The cuts will affect the newly established Ford Blue unit that produces engines for gas-powered vehicles, as well as other salaried, operational positions throughout the company, people familiar with the development told Bloomberg.
Under the auspices of Chief Executive Officer Jim Farley, in March Ford diversified its automotive manufacturing into two distinct business projects: the “Model e” unit for EV development and “Ford Blue” for internal-combustion engines.
Some staff are likely to be let go this summer, and the layoffs may happen in stages, the people said. They are expected to target the U.S. sector of Ford, where 31,000 salaried workers are employed, Bloomberg noted. Declining to comment on the potential job cuts, Ford emphasized that it is committed to revolutionizing EVs, where many automakers believe the future of the car market is headed.
“As part of this, we have laid out clear targets to lower our cost structure to ensure we are lean and fully competitive with the best in the industry,” Chief Communications Officer Mark Truby said in a statement.
Reducing staff numbers is crucial to increase profits, especially in the Ford Blue division, which is not running as efficiently as it could be, Farley has said. The extra cash flow can support the subsidization of scaling up EVs. Some Ford profits have been lost to some of its EV models due to soaring commodity and warranty costs, Bloomberg added.
“The funding for that $50 billion, it’s all based on our core automotive operations,” Farley said in a March interview with Bloomberg Television. “That’s why we created a separate group called Ford Blue, because we need them to be more profitable to fund this.”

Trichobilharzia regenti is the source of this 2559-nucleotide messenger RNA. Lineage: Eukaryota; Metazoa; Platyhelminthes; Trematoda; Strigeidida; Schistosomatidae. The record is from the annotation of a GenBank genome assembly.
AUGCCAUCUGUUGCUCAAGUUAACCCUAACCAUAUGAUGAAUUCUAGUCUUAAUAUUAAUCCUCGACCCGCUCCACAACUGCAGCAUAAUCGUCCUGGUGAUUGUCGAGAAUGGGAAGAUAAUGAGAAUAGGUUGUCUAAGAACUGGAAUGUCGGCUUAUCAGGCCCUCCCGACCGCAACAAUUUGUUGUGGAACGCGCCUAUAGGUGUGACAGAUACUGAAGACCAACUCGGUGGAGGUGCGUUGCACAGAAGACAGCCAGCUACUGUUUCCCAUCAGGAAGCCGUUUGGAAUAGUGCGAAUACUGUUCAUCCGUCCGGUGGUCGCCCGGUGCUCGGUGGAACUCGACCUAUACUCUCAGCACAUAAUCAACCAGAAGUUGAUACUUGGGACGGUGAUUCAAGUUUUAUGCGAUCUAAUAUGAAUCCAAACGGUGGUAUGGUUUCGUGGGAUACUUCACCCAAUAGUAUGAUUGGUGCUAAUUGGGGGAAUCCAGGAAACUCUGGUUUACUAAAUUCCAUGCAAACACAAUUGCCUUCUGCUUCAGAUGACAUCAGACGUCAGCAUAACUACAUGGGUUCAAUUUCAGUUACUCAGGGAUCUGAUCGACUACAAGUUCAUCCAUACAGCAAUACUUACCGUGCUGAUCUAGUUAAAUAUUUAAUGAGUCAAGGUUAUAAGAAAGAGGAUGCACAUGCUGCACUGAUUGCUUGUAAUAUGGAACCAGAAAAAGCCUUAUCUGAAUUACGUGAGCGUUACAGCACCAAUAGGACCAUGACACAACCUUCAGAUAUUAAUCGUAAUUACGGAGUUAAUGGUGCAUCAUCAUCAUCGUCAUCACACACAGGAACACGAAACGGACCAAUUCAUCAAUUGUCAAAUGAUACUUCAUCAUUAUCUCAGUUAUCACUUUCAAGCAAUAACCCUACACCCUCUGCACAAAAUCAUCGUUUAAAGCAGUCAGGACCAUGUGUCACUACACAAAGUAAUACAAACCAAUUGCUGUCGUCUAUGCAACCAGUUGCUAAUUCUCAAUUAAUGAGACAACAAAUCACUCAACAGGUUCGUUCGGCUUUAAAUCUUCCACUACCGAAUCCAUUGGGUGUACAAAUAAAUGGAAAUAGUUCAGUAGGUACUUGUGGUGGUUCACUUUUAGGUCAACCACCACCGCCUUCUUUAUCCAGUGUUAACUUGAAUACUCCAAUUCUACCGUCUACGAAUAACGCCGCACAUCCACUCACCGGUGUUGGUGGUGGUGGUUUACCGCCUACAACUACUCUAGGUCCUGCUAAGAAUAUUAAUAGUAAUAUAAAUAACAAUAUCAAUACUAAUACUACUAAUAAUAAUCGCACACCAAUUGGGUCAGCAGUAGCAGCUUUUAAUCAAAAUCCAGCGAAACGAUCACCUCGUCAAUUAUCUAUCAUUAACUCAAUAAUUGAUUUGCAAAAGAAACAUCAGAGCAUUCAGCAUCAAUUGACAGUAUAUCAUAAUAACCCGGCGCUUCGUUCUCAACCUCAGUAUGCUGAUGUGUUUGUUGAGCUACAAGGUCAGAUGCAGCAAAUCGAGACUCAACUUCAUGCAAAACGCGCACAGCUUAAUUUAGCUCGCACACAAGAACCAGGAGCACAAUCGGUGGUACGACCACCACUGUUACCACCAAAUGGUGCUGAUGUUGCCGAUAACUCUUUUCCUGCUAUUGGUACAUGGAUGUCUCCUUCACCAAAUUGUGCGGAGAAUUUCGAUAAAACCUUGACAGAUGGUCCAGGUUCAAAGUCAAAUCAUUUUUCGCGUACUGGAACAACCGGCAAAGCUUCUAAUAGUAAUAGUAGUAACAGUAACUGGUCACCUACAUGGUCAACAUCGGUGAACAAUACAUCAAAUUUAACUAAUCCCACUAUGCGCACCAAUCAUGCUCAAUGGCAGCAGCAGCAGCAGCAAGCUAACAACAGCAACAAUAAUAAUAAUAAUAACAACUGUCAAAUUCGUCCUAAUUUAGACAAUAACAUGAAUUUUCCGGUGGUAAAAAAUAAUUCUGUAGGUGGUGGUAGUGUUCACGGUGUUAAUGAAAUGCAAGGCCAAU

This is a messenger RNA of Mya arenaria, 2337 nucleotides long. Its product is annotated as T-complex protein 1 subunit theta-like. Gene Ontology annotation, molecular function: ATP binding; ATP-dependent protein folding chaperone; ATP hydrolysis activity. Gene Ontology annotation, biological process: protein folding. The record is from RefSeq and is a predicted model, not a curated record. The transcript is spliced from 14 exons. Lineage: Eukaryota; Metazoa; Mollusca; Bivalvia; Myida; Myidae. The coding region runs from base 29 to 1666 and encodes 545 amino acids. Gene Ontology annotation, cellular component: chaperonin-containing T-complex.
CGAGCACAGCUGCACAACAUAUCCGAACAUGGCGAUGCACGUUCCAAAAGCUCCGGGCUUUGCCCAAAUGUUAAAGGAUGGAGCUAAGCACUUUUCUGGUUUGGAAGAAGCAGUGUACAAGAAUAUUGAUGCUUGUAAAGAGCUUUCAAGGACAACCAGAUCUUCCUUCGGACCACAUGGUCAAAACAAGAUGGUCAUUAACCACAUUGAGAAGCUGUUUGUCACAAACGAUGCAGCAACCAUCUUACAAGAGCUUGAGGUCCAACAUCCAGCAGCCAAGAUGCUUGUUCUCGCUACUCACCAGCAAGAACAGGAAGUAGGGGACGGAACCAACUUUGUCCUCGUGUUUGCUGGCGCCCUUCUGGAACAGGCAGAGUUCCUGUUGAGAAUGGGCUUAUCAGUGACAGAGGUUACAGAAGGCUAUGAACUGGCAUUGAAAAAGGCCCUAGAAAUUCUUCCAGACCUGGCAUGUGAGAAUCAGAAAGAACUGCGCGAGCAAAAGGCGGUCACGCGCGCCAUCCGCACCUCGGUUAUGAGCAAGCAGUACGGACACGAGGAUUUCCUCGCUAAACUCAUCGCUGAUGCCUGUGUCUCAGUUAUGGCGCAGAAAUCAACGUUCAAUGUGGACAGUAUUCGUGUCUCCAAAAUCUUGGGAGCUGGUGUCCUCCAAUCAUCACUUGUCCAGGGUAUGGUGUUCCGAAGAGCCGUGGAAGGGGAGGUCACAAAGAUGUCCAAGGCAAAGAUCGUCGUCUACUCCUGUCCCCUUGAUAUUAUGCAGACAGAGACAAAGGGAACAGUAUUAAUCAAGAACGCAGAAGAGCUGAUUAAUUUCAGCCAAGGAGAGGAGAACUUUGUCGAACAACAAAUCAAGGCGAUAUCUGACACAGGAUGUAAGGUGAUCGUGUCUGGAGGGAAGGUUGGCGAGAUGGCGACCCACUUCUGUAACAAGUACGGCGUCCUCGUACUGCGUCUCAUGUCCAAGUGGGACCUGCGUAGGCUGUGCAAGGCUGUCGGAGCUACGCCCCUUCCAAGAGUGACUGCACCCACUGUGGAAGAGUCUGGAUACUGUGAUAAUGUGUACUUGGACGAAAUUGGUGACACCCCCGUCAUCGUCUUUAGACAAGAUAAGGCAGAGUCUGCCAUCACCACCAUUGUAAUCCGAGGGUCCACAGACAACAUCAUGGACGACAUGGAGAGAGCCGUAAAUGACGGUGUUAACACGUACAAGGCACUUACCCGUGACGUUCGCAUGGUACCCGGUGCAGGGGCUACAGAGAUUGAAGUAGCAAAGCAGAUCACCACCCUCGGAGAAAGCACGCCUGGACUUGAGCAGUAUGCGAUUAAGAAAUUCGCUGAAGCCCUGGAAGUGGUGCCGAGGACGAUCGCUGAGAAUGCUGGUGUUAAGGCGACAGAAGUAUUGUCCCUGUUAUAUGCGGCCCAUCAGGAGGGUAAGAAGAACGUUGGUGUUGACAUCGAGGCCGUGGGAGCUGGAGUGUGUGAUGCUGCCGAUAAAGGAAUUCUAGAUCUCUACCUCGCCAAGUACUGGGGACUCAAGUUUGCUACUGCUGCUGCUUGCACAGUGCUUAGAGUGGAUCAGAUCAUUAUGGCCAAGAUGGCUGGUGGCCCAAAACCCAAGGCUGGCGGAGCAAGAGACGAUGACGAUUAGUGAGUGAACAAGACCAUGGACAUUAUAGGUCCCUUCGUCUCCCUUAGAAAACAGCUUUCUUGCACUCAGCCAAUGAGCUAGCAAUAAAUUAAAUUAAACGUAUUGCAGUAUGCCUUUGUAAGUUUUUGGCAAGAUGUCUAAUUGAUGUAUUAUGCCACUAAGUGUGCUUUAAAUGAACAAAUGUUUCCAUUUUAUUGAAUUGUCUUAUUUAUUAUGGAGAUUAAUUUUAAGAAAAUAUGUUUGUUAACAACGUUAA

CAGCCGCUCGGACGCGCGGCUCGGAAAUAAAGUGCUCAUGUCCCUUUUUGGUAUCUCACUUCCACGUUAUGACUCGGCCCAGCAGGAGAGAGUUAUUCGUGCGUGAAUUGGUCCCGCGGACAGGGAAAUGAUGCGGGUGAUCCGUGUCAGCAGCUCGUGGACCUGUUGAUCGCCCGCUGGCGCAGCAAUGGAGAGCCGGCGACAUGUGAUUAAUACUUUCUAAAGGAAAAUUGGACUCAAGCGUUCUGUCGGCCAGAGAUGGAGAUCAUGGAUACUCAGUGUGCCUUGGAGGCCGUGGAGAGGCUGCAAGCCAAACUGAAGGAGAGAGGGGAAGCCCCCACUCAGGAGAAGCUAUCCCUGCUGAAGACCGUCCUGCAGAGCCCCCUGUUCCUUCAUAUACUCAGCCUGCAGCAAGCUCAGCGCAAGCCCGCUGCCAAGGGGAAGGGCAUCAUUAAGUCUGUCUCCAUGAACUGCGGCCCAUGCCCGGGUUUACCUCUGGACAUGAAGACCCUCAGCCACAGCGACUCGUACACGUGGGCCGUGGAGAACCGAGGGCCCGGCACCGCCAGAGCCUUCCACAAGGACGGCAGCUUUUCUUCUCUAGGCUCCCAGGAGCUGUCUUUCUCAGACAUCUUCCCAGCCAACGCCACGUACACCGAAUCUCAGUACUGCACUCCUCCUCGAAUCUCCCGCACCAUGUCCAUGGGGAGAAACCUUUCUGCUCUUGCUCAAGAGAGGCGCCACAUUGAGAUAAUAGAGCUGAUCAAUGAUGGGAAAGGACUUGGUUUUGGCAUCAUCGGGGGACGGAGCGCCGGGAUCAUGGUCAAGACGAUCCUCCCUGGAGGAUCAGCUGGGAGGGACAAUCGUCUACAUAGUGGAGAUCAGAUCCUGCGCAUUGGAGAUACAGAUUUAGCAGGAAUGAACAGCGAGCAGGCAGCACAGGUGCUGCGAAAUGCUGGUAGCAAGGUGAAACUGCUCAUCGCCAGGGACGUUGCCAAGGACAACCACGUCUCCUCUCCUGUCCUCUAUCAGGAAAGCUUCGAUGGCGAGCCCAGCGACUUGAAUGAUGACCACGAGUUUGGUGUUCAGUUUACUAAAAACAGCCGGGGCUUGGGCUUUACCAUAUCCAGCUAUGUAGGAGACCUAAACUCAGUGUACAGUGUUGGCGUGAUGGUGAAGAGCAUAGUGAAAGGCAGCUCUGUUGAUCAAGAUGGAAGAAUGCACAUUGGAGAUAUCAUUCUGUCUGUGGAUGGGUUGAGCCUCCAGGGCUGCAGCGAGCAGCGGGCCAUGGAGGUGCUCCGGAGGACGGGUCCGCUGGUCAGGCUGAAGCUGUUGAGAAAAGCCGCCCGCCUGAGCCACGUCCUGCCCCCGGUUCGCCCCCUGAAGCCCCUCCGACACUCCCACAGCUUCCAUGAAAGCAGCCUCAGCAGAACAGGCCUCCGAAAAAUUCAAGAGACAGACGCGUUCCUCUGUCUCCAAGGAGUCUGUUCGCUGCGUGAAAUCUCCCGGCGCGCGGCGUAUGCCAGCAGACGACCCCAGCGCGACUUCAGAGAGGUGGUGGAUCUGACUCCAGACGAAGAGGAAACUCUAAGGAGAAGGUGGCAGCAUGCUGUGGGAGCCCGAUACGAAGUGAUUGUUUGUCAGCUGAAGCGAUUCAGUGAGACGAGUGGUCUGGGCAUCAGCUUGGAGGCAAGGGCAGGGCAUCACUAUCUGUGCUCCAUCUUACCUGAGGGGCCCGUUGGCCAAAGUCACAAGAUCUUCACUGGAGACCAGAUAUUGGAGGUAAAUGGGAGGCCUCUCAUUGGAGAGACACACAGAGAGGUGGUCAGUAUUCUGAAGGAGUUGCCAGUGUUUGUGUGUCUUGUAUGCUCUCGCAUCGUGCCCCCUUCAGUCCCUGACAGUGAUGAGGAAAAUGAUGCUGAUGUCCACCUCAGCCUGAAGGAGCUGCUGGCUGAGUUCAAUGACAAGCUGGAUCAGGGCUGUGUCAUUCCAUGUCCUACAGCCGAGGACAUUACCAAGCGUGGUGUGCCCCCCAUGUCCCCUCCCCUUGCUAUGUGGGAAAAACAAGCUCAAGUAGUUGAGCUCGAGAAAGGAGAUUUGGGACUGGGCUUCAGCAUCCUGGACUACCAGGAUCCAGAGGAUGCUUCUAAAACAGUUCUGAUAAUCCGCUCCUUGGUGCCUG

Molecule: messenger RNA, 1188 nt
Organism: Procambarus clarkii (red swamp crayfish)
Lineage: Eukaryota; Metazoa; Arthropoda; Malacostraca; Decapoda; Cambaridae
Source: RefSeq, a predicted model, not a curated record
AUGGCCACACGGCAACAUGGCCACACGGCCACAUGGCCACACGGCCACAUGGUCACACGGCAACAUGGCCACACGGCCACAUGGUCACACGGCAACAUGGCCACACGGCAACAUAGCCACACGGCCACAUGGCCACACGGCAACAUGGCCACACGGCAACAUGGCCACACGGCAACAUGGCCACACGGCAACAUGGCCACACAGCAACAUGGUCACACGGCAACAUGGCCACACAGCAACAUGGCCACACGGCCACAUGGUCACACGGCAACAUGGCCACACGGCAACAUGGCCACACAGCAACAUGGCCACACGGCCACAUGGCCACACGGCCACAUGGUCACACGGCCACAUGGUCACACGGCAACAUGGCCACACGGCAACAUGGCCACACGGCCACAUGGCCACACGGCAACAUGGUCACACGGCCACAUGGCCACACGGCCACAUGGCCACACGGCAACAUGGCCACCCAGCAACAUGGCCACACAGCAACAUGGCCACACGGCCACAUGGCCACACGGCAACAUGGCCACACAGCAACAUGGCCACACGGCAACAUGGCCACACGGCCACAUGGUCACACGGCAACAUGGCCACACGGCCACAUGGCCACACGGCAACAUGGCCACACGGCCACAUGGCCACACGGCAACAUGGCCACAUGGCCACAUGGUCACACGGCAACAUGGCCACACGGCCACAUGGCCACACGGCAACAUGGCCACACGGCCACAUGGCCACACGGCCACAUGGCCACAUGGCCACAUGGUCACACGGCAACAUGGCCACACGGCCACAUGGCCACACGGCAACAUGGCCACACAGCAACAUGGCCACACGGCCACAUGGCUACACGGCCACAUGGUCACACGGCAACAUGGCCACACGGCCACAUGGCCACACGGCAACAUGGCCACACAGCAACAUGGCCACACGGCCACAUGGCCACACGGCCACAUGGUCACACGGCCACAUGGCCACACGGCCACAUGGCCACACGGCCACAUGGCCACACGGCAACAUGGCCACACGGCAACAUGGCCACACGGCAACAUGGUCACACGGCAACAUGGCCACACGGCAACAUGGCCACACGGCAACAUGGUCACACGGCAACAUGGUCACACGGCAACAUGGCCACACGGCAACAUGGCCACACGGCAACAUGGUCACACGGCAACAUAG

EVs have been viewed as a major step in the decarbonization of the economy. However, the energy transition to EVs, while environmentally friendly, has inevitably resulted in lost jobs, especially those of auto-service technicians and other blue-collar roles. It is still unclear whether EVs will be a significant source of net new green jobs, our Andrew Stuttaford has noted.
Ford’s plans come after President Biden, frustrated with the demise of his sweeping legislative agenda aimed at cutting greenhouse-gas emissions and preparing vulnerable communities for natural disasters, claimed the U.S. is in a climate “emergency” Wednesday. He vowed to use bold strokes to bypass Congress.
“Since Congress is not acting as it should, and these guys here are, but we’re not getting any Republican votes, this is an emergency,” Biden said. “As president I’ll use my executive powers to combat climate crisis in the absence of congressional action.”